Theo Rossi is well known for playing Juice on the wildly popular biker drama “Sons of Anarchy” and Shades on the latest Netflix Marvel series “Luke Cage,” and the two characters couldn’t be more different. But Rossi said they do have at least a couple of similar traits.
“I seem to play people that are a little more emotionally driven and definitely a little more mentally unstable,” he said.
Rossi got his big break playing Juan Carlos “Juice” Ortiz when “Sons of Anarchy” debuted on FX in 2008. Over the course of seven wild, violent, Shakespearean and crime-ridden seasons, one could argue that nobody had a wilder emotional ride than Juice, whether he was killing important characters, having mental breakdowns, attempting to take his own life or simply botching an attempted break-in by accidentally feeding a guard dog crystal meth.
For Rossi, Juice’s unpredictability gave him plenty to sink his teeth into with each of writer-creator Kurt Sutter’s scripts, up to the very end.
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“Juice, literally, in seven seasons was almost like seven different characters,” Rossi said. “I don’t know if I’ll ever play a character who has that many different faces. He’s literally done everything, and that’s why people were so emotionally invested.”
The 41-year-old actor from Los Angeles by way of New York City got his start playing extras and bit parts in movies and TV shows before “Sons.” The show developed a huge following that led to plenty of comic con convention appearances, and the show’s stars were swarmed by die-hard fans. In fact, that’s part of the reason Rossi is finally visiting Central Kentucky.
“You could always tell where you got a ton of support from and where people were really excited for the show,” he said. “Lexington has always been a really great ‘Sons’ base for us.”
Now, when Rossi makes appearances such as the one at Lexington’s Comic Con, fans want to talk to him just as much about his recent portrayal of the cerebral and dangerous Hernan “Shades” Alvarez, one of the key villains in “Luke Cage.” He said the combination of “Sons” being a “living, breathing graphic novel” and its intense following was good preparation for being a part of the Marvel Universe, which he sometimes can’t believe.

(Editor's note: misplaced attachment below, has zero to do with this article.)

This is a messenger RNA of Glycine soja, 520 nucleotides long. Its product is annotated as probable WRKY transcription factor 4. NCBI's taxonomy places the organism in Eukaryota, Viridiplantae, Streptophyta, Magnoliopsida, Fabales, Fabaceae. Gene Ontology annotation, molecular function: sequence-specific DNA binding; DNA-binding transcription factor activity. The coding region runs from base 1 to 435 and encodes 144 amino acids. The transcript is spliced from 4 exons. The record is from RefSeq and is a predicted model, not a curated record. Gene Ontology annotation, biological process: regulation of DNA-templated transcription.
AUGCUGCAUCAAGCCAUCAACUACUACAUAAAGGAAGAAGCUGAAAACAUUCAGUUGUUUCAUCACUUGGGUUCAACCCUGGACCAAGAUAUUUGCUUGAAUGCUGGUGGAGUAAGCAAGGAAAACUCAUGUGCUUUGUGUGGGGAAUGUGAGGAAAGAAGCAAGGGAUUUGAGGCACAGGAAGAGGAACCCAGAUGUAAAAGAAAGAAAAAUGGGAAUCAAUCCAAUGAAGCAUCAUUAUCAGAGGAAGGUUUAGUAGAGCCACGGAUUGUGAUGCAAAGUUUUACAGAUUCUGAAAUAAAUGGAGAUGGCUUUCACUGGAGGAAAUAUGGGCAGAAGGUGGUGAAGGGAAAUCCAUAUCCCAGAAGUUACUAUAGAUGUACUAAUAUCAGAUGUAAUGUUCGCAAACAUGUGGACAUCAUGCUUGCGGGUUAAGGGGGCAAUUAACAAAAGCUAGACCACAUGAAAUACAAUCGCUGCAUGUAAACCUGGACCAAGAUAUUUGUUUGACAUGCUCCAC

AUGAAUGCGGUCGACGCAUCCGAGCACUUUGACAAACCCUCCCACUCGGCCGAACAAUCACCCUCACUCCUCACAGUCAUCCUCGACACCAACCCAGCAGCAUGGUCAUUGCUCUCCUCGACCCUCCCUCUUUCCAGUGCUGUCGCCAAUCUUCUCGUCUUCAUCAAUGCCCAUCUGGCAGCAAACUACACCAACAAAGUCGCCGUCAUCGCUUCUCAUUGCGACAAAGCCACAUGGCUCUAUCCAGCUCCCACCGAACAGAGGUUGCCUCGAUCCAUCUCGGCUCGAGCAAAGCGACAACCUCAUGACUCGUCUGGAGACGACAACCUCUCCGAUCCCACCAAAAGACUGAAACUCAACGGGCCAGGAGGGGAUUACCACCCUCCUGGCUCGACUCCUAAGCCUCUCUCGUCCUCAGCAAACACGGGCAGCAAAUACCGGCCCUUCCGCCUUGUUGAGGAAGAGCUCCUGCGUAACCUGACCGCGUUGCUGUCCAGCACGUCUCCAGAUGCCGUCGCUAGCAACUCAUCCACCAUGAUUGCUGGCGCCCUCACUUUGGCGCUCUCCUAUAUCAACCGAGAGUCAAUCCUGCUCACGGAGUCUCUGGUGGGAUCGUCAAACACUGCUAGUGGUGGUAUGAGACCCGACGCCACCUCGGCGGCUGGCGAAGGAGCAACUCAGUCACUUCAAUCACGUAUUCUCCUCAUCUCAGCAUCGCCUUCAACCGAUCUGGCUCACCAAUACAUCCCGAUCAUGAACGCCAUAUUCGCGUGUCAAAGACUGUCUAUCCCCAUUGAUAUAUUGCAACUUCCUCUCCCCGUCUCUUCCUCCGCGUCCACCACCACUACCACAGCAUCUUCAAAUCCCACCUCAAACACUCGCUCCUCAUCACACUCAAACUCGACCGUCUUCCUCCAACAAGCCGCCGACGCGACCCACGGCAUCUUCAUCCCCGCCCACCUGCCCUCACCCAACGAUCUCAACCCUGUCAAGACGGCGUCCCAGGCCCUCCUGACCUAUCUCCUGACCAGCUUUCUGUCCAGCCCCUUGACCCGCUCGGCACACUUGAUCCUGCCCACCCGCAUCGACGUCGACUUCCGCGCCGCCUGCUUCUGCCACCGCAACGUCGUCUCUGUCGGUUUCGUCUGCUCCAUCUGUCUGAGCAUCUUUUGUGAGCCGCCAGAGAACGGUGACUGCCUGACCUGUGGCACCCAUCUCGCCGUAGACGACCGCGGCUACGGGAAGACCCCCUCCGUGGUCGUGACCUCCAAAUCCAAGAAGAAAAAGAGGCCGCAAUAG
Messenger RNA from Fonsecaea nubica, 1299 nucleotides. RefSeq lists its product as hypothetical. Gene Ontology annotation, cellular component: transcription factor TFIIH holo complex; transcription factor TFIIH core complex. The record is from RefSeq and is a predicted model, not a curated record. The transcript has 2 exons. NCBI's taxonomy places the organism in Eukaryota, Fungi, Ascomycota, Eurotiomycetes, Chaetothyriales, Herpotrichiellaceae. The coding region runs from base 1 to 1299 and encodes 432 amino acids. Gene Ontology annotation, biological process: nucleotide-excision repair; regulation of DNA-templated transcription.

“You’re (on the show) talking about the guy with the hammer (Thor) or the big green guy (The Hulk) and you exist in the same universe,” Rossi said. “You kind of geek out a little bit.”
Rossi has managed to recently branch out from his TV roles, directing his first independent release, 2015’s “Bad Hurt,” which was critically hailed at both the Tribeca Film Festival and the Sunscreen Film Festival. Rossi is taking a break from directing, and you can see him soon on the big screen as Francisco “Ghost” Alvarez opposite Melissa Benoist, Eva Longoria and Demian Bichir in “Lowriders,” a drama set to premiere this summer, chronicling another subculture Rossi is excited to reveal to audiences.
“The lowriding culture is almost like a religion,” he said of the custom car enthusiasts. “It’s a huge part of the community ... and it’s a lot deeper than people think it is.”
Rossi soaks up the love at conventions for characters he has played, and he feels fortunate to live the life of a character actor who at this point is ready slip into his next role —especially one that gets a reaction.
“Now, I like to tackle people,” he said. “I don’t care. I want people to hate me. I want people to love me. I just want people to feel something.”
If you go
Theo Rossi will have photo ops ($50-$65) in the Elkhorn Room at noon Saturday and 12:30 Sunday, and a Q&A at 2 p.m. Sunday in the Regency Ballroom.
If you go
Lexington Comic & Toy Convention
What: Sixth annual media extravaganza featuring exhibits, events, vendors, photo ops and celebrity guests, including Robin Lord Taylor (“Gotham”), Kevin Smith (“Clerks,” “Comic Book Men”), Lee Majors (“Six Million-Dollar Man”), Michael Rooker (“Guardians of the Galaxy”), Jewel Staite (“Firefly”), Ric Flair (pro wrestler), Seth Gilliam (“Walking Dead”), Gates McFadden (“Star Trek: The Next Generation”), Bruce Boxleitner (“Tron,” “Babylon 5”) and many more actors, creatives and artists.
When: 4 p.m.-9 p.m. Friday, 10 a.m.-7 p.m. Saturday, 10 a.m.-4 p.m. Sunday. Times are for general admission open floor times. Check online for VIP admission times and special events.
Where: Lexington Center, 430 W. Vine St.
Tickets: $40 Fri. only, $45 Sat., $30 Sun., $60 Sat. and Sun., $80 VIP weekend.